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21
March
2022

Queen Elizabeth launches own brand of washing up liquid for £14.99

The Queen has proved she is not too posh to do her own dishes as she launches her very own brand of washing up liquid.

Her Majesty, due to turn 96 next month, created a special cleaning product after discovering she loved the household chore during the pandemic.

But unlike traditional supermarket brands, the Natural Dish Wash – which is scented with botanical ingredients to produce the smell of ‘coastal walks’ – costs the princely sum of £14.99 a bottle.

The 500ml bottle, which features the Royal Sandringham Estate logo, is priced at 10 times that of popular brand Fairy Liquid.

The label says the product has been ‘inspired by a shared passion for protecting our environment’.

We have collaborated with Norfolk Natural Living to create our dish wash just 10 miles from the estate, using the finest botanical ingredients.’

Her Majesty, who will this year celebrate her Platinum Jubilee, also recently launched her own dog perfume on sale at Sandringham, Mail Online reports.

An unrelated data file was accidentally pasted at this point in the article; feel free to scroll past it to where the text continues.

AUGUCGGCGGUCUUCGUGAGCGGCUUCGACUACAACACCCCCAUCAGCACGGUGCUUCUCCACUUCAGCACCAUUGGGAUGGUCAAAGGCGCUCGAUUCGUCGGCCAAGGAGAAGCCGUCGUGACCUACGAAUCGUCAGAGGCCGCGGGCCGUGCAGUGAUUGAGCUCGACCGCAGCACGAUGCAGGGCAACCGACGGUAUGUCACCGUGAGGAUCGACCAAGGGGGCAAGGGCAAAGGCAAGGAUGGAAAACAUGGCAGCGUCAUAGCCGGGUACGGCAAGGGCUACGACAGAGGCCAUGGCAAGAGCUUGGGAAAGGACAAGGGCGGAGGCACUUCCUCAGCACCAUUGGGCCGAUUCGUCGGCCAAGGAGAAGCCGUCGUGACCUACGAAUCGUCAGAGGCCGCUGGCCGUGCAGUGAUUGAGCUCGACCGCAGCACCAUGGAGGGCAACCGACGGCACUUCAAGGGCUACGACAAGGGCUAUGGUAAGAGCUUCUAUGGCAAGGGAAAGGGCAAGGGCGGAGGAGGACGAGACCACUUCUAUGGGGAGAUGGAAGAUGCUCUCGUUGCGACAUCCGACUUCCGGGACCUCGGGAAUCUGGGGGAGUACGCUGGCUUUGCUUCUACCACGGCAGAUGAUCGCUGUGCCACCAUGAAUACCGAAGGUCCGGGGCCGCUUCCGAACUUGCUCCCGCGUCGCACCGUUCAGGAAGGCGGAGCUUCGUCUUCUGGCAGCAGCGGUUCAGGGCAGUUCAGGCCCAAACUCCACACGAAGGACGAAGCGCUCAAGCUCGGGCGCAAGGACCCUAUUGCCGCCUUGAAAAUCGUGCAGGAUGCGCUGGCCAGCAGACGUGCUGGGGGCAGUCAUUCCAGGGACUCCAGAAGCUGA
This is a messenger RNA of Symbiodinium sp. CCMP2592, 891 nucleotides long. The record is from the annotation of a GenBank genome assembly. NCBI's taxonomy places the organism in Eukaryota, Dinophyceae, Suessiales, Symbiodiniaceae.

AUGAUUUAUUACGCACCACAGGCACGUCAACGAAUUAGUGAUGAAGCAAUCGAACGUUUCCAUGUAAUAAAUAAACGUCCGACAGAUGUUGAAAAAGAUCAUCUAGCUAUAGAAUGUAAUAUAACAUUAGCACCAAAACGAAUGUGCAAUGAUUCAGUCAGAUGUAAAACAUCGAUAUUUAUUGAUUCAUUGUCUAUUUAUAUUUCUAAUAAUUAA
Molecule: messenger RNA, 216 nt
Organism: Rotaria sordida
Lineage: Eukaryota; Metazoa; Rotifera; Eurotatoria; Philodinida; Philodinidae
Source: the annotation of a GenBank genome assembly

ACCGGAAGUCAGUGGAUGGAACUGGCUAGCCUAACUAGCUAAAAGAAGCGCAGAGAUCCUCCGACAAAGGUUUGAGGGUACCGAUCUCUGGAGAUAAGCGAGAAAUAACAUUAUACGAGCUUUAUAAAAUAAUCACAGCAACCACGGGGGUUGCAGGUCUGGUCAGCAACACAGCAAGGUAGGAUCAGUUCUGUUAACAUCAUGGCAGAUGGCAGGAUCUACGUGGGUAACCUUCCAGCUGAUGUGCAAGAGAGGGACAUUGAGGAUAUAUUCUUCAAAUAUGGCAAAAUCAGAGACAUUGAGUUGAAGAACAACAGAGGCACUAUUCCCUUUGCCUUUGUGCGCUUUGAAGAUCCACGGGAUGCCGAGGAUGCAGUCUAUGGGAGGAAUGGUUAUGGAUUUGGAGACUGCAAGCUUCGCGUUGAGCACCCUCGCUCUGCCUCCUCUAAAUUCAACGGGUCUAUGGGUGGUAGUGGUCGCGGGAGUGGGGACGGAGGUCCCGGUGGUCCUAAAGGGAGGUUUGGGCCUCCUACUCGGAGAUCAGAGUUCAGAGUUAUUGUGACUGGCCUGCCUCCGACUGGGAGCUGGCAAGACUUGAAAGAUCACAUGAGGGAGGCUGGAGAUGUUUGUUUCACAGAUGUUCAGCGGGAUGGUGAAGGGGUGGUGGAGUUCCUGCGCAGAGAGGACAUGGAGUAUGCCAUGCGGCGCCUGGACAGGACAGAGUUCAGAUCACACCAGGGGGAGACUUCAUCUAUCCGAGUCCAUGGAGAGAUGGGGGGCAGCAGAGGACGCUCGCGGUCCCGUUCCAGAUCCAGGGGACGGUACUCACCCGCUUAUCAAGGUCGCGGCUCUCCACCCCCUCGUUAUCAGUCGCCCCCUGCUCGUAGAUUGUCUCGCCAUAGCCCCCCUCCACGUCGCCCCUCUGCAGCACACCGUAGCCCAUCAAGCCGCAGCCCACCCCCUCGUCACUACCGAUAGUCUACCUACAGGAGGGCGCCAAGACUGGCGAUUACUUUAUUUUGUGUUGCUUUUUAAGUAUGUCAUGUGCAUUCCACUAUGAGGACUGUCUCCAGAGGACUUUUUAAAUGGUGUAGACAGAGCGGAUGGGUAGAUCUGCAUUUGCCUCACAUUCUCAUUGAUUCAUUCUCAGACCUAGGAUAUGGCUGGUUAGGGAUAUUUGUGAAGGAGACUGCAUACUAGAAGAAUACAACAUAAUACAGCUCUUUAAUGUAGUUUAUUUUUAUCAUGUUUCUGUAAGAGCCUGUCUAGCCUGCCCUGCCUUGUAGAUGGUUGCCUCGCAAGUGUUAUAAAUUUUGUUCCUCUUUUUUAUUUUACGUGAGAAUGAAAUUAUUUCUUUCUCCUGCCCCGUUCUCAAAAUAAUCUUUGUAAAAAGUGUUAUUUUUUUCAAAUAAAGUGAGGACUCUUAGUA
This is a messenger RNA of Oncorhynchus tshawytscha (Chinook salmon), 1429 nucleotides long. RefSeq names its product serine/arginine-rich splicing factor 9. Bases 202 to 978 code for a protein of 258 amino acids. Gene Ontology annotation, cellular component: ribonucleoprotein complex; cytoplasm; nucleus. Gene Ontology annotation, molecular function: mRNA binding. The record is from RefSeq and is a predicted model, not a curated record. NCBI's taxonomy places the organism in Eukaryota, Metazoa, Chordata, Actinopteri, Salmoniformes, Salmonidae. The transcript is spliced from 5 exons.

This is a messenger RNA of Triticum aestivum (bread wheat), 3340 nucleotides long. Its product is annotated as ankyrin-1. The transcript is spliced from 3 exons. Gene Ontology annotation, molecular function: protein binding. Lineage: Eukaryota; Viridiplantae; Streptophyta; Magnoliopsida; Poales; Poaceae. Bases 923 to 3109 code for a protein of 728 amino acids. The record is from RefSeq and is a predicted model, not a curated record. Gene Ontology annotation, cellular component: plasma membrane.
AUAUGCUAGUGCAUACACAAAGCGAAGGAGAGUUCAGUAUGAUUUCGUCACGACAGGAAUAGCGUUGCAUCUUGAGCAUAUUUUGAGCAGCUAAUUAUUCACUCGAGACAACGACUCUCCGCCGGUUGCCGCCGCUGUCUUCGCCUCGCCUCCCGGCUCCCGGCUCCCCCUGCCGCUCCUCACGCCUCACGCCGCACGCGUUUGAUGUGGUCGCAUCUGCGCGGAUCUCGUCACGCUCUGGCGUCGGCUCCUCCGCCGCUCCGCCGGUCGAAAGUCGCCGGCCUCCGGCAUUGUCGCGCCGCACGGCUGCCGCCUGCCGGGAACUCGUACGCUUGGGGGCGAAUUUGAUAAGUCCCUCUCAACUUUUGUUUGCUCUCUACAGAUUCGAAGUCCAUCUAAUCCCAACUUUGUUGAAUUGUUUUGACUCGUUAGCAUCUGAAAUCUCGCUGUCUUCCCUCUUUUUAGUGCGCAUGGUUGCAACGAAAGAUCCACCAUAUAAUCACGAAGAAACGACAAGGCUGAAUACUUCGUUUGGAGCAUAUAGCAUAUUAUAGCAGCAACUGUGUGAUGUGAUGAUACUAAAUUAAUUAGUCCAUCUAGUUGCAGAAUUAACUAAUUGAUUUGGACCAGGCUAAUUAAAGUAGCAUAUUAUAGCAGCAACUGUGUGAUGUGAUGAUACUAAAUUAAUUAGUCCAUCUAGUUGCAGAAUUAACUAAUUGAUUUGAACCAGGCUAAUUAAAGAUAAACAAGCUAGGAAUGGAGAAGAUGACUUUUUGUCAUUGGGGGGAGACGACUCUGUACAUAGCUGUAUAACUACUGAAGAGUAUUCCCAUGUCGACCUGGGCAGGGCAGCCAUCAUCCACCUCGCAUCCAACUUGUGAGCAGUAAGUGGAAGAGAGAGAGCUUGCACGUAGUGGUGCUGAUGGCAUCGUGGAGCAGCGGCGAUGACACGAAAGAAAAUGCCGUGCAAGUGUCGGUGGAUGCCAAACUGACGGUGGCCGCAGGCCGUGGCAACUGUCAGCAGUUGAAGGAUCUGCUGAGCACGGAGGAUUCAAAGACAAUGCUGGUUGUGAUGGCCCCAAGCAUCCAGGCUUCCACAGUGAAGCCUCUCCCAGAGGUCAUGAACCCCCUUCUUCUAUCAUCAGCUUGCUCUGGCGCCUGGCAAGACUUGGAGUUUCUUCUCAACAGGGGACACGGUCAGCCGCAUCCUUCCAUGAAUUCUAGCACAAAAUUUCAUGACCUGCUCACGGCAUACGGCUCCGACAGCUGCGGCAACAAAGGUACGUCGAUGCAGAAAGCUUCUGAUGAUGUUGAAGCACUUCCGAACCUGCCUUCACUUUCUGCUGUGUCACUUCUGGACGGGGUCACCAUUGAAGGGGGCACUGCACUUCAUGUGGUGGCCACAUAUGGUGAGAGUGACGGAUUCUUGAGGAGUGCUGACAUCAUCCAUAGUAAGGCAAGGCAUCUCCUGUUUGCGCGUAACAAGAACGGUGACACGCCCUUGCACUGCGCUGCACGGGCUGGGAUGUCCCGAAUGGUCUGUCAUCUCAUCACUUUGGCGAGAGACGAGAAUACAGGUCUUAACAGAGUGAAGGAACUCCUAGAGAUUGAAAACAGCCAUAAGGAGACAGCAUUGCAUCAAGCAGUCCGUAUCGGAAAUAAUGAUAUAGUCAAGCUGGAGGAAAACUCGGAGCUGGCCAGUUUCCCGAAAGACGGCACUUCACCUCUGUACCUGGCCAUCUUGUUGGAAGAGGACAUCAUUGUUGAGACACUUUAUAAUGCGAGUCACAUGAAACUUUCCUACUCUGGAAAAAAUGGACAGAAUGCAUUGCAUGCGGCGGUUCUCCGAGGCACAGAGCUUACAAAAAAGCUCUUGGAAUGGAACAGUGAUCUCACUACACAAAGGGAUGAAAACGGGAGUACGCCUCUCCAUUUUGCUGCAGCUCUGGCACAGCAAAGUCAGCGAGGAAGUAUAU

The monarch, an avid dog lover and known for keeping Corgis, created the Happy Hounds Dog Cologne to help rid pets of unwanted odours and keep them ‘smelling fresh’.

Royal author Juliet Riden said the Queen particularly enjoyed doing her own washing up in summer home Balmoral.

She was very happy to roll up her sleeves and get her hands dirty as part of a ‘normal’ existence.

And she regularly did the washing up after family barbecues at the Scottish estate, Ms Riden said.

The Queen’s range of products at Sandringham also includes honey made by bees on the estate.

The 454g jar is on sale for an eyewatering £14.99 – but as one shopper said, it is ‘rather expensive but tastes absolutely delicious, so it is worth it.’

And of course, it is not just any honey.

The sweet spread, made by Norfolk beekeeper Leigh Goodsell, comes from hives kept and cared for on the Queen’s land.

The bees harvest nectar ‘from the avenues of pleached Lime trees, wild flowers including clover, and blackcurrants.’

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